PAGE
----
Partner Visit: Little Wild Things Urban Farm

Fair Farms recently visited partner farm Little Wild Things in the Bloomingdale neighborhood of Washington, DC. While it was cold and blustery outside, we found Mary Ackley, founder, and Chelsea Barker, farm manager, cozy inside their leased growing space in the basement of The Pub & the People, a restaurant and bar located on the corner of North Capitol and R streets, NW.

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Mary Ackley, founder and Chelsea Barker, Farm Manager.

We headed down the steps to find racks of well-lit microgreens growing in trays. It is one of two locations the business maintains, the second is an outdoor space at the the Carmelite Friars Monastery in the Edgewood neighborhood of Northeast DC — about a half-mile away.

Ackley founded the business two years ago. The urban garden sells microgreens, leafy greens, and edible flowers as a wholesaler to restaurants and grocery stores and as a retailer direct to consumers.

Ackley didn’t come to farming in the most traditional way. In fact, her path is fairly unconventional. While serving in the foreign service in Sri Lanka as a civil engineer, she started reading books like Michael Pollan’s “Omnivore’s Dilemma” and Joel Salatin’s “You Can Farm: An Entrepreneur’s Guide to Start & Succeed in a Farming Enterprise.” Around that time, while overseas, she had a small garden plot and a few chickens.

“I took a botany class in graduate school. I always loved growing plants and wanted to work on a farm,” Ackley said. “After reading Salatin’s book, I found it interesting from the perspective of business.”

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Farm Assistant, Alexa Cantalupo, harvesting microgreens at Little Wild Things.

She applied for an apprenticeship at Polyface, Salatin’s farm in the Shenandoah Valley.

“I applied. They accept a very small number,” she said. “They politely refused me. So, I looked into other farms.”

At that point Ackley wasn’t sure she could (or should) leave her day job. She tried to interview farms to find out more about what models of farming could be profitable, but she couldn’t find another farm with an apprenticeship program that was a good match. Again, she came up against a roadblock.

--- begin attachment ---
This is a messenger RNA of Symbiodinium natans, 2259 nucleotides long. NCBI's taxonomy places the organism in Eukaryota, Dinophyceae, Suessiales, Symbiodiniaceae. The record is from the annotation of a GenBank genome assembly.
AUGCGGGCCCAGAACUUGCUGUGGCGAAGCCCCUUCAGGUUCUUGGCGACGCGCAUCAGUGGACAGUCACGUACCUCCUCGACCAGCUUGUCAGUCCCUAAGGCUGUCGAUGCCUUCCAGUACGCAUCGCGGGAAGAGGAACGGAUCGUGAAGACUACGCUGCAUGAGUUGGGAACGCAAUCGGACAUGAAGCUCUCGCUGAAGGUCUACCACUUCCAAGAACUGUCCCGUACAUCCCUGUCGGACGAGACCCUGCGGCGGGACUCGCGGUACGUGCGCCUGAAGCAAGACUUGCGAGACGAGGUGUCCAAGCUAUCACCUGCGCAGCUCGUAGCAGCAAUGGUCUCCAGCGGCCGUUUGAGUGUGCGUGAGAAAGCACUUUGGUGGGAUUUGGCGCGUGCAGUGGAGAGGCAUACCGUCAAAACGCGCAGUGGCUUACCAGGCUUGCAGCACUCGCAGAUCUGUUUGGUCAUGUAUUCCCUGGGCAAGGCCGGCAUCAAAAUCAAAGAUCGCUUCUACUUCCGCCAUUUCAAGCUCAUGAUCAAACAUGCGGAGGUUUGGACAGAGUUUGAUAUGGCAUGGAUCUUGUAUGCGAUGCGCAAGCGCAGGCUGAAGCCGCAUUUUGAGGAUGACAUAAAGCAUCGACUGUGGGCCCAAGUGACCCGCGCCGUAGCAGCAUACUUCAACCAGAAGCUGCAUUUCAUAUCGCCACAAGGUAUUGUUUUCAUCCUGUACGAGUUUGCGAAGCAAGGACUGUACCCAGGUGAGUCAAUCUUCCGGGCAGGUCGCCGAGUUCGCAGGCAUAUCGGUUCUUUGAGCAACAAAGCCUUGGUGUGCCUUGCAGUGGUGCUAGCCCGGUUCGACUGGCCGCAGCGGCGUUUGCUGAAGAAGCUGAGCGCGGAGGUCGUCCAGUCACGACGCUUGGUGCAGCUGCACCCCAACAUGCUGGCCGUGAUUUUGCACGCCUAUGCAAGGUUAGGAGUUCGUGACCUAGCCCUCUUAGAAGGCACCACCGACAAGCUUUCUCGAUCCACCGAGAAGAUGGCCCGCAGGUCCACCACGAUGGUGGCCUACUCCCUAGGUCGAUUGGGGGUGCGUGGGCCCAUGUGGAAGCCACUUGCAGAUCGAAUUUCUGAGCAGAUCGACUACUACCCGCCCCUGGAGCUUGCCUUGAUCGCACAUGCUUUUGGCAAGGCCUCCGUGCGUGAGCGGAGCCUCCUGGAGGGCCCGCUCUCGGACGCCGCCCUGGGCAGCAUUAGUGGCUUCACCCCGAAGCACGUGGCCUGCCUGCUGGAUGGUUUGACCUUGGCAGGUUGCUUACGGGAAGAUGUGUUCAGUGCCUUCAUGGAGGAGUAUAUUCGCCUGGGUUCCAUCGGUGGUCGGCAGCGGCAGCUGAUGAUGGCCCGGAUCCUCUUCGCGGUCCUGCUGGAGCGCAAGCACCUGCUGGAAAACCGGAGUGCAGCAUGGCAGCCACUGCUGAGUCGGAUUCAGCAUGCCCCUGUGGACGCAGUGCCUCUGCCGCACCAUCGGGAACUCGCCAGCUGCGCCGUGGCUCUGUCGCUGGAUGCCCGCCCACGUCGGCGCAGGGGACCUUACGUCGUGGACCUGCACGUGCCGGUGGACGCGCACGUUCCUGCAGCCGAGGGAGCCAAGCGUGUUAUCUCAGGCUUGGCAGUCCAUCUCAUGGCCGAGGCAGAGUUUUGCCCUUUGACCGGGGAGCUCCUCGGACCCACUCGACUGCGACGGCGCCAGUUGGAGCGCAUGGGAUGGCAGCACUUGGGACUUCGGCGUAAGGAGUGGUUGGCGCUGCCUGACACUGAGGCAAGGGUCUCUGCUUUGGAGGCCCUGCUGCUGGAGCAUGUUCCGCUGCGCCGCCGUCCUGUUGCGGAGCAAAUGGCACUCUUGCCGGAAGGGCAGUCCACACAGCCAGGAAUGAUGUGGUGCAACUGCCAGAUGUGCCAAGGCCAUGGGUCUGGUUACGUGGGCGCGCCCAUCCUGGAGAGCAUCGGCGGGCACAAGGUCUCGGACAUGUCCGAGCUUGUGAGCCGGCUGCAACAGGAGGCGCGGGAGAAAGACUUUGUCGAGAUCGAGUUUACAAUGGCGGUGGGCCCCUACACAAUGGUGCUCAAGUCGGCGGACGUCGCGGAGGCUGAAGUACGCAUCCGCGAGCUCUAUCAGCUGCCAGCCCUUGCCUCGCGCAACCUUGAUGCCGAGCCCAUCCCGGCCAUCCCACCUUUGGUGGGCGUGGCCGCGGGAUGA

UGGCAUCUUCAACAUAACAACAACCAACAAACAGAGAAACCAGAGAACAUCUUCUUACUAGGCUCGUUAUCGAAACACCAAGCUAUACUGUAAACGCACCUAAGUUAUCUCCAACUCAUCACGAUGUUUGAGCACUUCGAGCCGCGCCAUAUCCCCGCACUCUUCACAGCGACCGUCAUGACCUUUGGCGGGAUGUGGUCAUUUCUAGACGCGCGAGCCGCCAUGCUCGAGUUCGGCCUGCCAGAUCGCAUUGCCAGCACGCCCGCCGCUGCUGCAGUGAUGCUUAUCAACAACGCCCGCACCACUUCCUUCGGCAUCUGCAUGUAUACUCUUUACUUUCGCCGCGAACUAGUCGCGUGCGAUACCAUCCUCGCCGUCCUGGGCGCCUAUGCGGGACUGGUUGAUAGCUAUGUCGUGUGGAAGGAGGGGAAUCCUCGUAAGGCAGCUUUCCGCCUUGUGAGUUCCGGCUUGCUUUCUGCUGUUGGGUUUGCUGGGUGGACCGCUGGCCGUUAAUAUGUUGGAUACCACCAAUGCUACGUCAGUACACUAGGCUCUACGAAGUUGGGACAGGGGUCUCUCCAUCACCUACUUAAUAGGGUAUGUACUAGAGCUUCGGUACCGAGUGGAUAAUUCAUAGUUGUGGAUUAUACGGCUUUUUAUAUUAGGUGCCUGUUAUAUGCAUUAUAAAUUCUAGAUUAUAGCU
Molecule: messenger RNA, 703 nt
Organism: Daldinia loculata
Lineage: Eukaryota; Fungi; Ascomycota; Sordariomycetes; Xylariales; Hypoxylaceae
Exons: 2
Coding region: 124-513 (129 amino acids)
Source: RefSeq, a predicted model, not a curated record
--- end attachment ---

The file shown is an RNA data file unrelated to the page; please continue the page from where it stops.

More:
While listening to podcasts about urban farming (she mentioned The Urban Farmer Curtis Stone), she got ideas about how she could combine city living with farming in a small space. A deeper dive into the concept of Small Plot Intensive (SPIN) farming made her realize that she just needed to find a space and get started.

One day, while out for a run, Ackley came across a space – the front yard of the monastery on Lincoln Road, NE. She sent an email asking if she could use their front yard to start a garden. She offered them an exchange: she’d farm the land and they’d get to keep some of the produce.

They replied that the front yard wouldn’t work, but there was a plot available, previously gardened by a monk who had since moved to a nursing home. They worked out a Memorandum of Understanding and from there she started to work the land. Step by step, she learned techniques. She got a USDA microloan, which allowed her to hire Barker. She got to go from part time at her job to taking leave without pay.

They offer cut microgreens and live plants, like this basil, which can serve as a centerpiece, a bar decoration, as well as a delicious way to get on-demand cuttings.
They offer cut microgreens and live plants, like this basil, which can serve as a centerpiece, a bar decoration, as well as a delicious way to get on-demand cuttings.

Together, Ackley and Barker with other hired staff work in the 300 square foot basement space on North Capitol Street and the quarter-acre plot at the monastery.

Ackley is seriously focused on the business aspect. She uses technology to streamline the ordering and payment process and facilitates distribution to local restaurants by using courier service Postmates for on-demand deliveries.

Barker had a background in organic farming. She came to the DC area from California.

“It’s a pretty awesome thing — switching gears to urban agriculture,” Barker said. “I didn’t realize how creative it would be. It’s indoors and on lights and irrigation and timing. It’s very precise and that allows us to be profitable. But it is creative. A funny thing happened when we planted radishes at the outdoor plot. We got behind and they went to flower. We found that chefs really wanted the flowers and so we let carrots flower and now we do more edible flowers.”

Visit the farm online to learn more about their work. They’ve got a good following on Instagram, where they share what they are growing and best methods for preparation (including recipes). www.LittleWildThingsFarm.com.

 

 

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They grow 30 types of microgreens in a 300 SF basement space.